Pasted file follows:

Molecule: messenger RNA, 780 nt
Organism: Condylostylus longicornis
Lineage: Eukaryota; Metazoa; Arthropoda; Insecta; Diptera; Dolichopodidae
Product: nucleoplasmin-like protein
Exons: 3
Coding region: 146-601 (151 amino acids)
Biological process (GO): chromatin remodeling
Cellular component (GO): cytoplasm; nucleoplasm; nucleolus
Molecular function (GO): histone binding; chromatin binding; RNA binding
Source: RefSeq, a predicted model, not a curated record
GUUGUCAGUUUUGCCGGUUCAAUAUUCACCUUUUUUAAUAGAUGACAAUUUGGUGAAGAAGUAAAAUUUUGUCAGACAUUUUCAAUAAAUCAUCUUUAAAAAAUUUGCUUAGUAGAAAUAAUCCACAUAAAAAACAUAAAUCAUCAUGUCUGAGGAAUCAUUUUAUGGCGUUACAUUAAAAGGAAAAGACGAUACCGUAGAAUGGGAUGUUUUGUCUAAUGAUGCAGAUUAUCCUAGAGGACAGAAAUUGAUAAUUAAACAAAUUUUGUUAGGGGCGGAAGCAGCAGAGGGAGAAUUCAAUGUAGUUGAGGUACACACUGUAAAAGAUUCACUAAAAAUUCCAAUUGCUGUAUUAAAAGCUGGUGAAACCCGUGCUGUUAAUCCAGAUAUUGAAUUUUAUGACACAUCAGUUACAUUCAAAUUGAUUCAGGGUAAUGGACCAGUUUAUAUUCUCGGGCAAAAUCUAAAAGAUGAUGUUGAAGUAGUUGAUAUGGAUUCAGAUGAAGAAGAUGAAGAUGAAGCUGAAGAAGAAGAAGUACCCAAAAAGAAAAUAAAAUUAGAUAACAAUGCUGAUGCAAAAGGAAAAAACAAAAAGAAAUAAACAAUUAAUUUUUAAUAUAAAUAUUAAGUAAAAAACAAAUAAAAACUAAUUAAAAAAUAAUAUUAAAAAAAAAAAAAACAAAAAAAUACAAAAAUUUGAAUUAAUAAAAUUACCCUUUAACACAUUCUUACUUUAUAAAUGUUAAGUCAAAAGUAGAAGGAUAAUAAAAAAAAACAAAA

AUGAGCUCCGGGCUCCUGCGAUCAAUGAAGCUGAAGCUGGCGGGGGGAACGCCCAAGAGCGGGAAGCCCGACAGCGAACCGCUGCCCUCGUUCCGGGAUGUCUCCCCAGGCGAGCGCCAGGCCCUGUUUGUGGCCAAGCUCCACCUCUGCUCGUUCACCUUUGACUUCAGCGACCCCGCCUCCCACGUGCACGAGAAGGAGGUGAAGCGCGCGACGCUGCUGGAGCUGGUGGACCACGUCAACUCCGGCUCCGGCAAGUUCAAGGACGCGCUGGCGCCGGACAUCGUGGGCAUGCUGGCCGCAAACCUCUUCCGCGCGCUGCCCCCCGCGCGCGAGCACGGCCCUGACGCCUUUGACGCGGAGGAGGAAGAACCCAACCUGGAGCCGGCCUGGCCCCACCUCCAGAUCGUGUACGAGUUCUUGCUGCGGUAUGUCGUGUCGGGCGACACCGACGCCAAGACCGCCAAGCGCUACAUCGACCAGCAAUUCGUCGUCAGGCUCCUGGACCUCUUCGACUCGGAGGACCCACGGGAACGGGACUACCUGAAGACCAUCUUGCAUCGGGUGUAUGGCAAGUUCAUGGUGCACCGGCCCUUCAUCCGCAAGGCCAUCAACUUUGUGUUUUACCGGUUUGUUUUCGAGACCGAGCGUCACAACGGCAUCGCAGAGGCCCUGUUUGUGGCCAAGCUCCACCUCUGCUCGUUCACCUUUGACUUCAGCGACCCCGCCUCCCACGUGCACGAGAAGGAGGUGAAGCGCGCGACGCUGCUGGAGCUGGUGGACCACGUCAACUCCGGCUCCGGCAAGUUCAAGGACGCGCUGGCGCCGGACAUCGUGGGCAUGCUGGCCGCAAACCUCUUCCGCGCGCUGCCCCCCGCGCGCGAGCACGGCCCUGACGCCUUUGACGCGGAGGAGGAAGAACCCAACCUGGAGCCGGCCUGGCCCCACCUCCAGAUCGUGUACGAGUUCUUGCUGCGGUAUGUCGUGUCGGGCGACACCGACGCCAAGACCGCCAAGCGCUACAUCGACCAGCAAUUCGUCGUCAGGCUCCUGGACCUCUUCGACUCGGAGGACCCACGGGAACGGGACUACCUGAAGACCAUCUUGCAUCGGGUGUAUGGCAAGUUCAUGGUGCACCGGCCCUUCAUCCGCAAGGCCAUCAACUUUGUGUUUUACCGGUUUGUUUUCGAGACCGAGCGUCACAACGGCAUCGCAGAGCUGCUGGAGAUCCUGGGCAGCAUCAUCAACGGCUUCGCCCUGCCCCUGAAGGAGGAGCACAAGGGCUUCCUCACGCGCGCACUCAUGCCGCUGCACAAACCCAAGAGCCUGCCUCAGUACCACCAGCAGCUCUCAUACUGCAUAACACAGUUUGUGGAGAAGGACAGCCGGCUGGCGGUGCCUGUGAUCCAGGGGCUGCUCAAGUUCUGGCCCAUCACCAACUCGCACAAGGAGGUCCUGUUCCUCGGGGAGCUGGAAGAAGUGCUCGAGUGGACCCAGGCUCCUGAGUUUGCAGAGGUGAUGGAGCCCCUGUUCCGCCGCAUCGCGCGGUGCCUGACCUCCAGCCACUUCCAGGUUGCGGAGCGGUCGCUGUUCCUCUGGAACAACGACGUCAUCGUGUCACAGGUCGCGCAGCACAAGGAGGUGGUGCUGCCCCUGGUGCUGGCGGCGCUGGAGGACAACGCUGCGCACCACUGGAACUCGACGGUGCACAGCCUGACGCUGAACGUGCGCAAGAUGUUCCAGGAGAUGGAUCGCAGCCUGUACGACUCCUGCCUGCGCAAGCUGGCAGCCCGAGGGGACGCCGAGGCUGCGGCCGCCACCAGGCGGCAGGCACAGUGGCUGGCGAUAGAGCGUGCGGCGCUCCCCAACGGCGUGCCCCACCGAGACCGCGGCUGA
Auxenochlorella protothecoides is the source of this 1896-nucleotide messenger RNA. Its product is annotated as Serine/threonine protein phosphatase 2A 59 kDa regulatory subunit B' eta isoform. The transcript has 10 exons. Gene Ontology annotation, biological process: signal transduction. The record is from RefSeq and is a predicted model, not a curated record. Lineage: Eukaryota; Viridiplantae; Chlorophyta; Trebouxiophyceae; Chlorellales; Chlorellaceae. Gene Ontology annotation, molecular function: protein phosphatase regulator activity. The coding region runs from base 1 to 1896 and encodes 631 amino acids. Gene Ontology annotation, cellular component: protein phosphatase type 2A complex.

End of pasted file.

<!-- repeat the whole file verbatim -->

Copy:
Molecule: messenger RNA, 780 nt
Organism: Condylostylus longicornis
Lineage: Eukaryota; Metazoa; Arthropoda; Insecta; Diptera; Dolichopodidae
Product: nucleoplasmin-like protein
Exons: 3
Coding region: 146-601 (151 amino acids)
Biological process (GO): chromatin remodeling
Cellular component (GO): cytoplasm; nucleoplasm; nucleolus
Molecular function (GO): histone binding; chromatin binding; RNA binding
Source: RefSeq, a predicted model, not a curated record
GUUGUCAGUUUUGCCGGUUCAAUAUUCACCUUUUUUAAUAGAUGACAAUUUGGUGAAGAAGUAAAAUUUUGUCAGACAUUUUCAAUAAAUCAUCUUUAAAAAAUUUGCUUAGUAGAAAUAAUCCACAUAAAAAACAUAAAUCAUCAUGUCUGAGGAAUCAUUUUAUGGCGUUACAUUAAAAGGAAAAGACGAUACCGUAGAAUGGGAUGUUUUGUCUAAUGAUGCAGAUUAUCCUAGAGGACAGAAAUUGAUAAUUAAACAAAUUUUGUUAGGGGCGGAAGCAGCAGAGGGAGAAUUCAAUGUAGUUGAGGUACACACUGUAAAAGAUUCACUAAAAAUUCCAAUUGCUGUAUUAAAAGCUGGUGAAACCCGUGCUGUUAAUCCAGAUAUUGAAUUUUAUGACACAUCAGUUACAUUCAAAUUGAUUCAGGGUAAUGGACCAGUUUAUAUUCUCGGGCAAAAUCUAAAAGAUGAUGUUGAAGUAGUUGAUAUGGAUUCAGAUGAAGAAGAUGAAGAUGAAGCUGAAGAAGAAGAAGUACCCAAAAAGAAAAUAAAAUUAGAUAACAAUGCUGAUGCAAAAGGAAAAAACAAAAAGAAAUAAACAAUUAAUUUUUAAUAUAAAUAUUAAGUAAAAAACAAAUAAAAACUAAUUAAAAAAUAAUAUUAAAAAAAAAAAAAACAAAAAAAUACAAAAAUUUGAAUUAAUAAAAUUACCCUUUAACACAUUCUUACUUUAUAAAUGUUAAGUCAAAAGUAGAAGGAUAAUAAAAAAAAACAAAA

AUGAGCUCCGGGCUCCUGCGAUCAAUGAAGCUGAAGCUGGCGGGGGGAACGCCCAAGAGCGGGAAGCCCGACAGCGAACCGCUGCCCUCGUUCCGGGAUGUCUCCCCAGGCGAGCGCCAGGCCCUGUUUGUGGCCAAGCUCCACCUCUGCUCGUUCACCUUUGACUUCAGCGACCCCGCCUCCCACGUGCACGAGAAGGAGGUGAAGCGCGCGACGCUGCUGGAGCUGGUGGACCACGUCAACUCCGGCUCCGGCAAGUUCAAGGACGCGCUGGCGCCGGACAUCGUGGGCAUGCUGGCCGCAAACCUCUUCCGCGCGCUGCCCCCCGCGCGCGAGCACGGCCCUGACGCCUUUGACGCGGAGGAGGAAGAACCCAACCUGGAGCCGGCCUGGCCCCACCUCCAGAUCGUGUACGAGUUCUUGCUGCGGUAUGUCGUGUCGGGCGACACCGACGCCAAGACCGCCAAGCGCUACAUCGACCAGCAAUUCGUCGUCAGGCUCCUGGACCUCUUCGACUCGGAGGACCCACGGGAACGGGACUACCUGAAGACCAUCUUGCAUCGGGUGUAUGGCAAGUUCAUGGUGCACCGGCCCUUCAUCCGCAAGGCCAUCAACUUUGUGUUUUACCGGUUUGUUUUCGAGACCGAGCGUCACAACGGCAUCGCAGAGGCCCUGUUUGUGGCCAAGCUCCACCUCUGCUCGUUCACCUUUGACUUCAGCGACCCCGCCUCCCACGUGCACGAGAAGGAGGUGAAGCGCGCGACGCUGCUGGAGCUGGUGGACCACGUCAACUCCGGCUCCGGCAAGUUCAAGGACGCGCUGGCGCCGGACAUCGUGGGCAUGCUGGCCGCAAACCUCUUCCGCGCGCUGCCCCCCGCGCGCGAGCACGGCCCUGACGCCUUUGACGCGGAGGAGGAAGAACCCAACCUGGAGCCGGCCUGGCCCCACCUCCAGAUCGUGUACGAGUUCUUGCUGCGGUAUGUCGUGUCGGGCGACACCGACGCCAAGACCGCCAAGCGCUACAUCGACCAGCAAUUCGUCGUCAGGCUCCUGGACCUCUUCGACUCGGAGGACCCACGGGAACGGGACUACCUGAAGACCAUCUUGCAUCGGGUGUAUGGCAAGUUCAUGGUGCACCGGCCCUUCAUCCGCAAGGCCAUCAACUUUGUGUUUUACCGGUUUGUUUUCGAGACCGAGCGUCACAACGGCAUCGCAGAGCUGCUGGAGAUCCUGGGCAGCAUCAUCAACGGCUUCGCCCUGCCCCUGAAGGAGGAGCACAAGGGCUUCCUCACGCGCGCACUCAUGCCGCUGCACAAACCCAAGAGCCUGCCUCAGUACCACCAGCAGCUCUCAUACUGCAUAACACAGUUUGUGGAGAAGGACAGCCGGCUGGCGGUGCCUGUGAUCCAGGGGCUGCUCAAGUUCUGGCCCAUCACCAACUCGCACAAGGAGGUCCUGUUCCUCGGGGAGCUGGAAGAAGUGCUCGAGUGGACCCAGGCUCCUGAGUUUGCAGAGGUGAUGGAGCCCCUGUUCCGCCGCAUCGCGCGGUGCCUGACCUCCAGCCACUUCCAGGUUGCGGAGCGGUCGCUGUUCCUCUGGAACAACGACGUCAUCGUGUCACAGGUCGCGCAGCACAAGGAGGUGGUGCUGCCCCUGGUGCUGGCGGCGCUGGAGGACAACGCUGCGCACCACUGGAACUCGACGGUGCACAGCCUGACGCUGAACGUGCGCAAGAUGUUCCAGGAGAUGGAUCGCAGCCUGUACGACUCCUGCCUGCGCAAGCUGGCAGCCCGAGGGGACGCCGAGGCUGCGGCCGCCACCAGGCGGCAGGCACAGUGGCUGGCGAUAGAGCGUGCGGCGCUCCCCAACGGCGUGCCCCACCGAGACCGCGGCUGA
Auxenochlorella protothecoides is the source of this 1896-nucleotide messenger RNA. Its product is annotated as Serine/threonine protein phosphatase 2A 59 kDa regulatory subunit B' eta isoform. The transcript has 10 exons. Gene Ontology annotation, biological process: signal transduction. The record is from RefSeq and is a predicted model, not a curated record. Lineage: Eukaryota; Viridiplantae; Chlorophyta; Trebouxiophyceae; Chlorellales; Chlorellaceae. Gene Ontology annotation, molecular function: protein phosphatase regulator activity. The coding region runs from base 1 to 1896 and encodes 631 amino acids. Gene Ontology annotation, cellular component: protein phosphatase type 2A complex.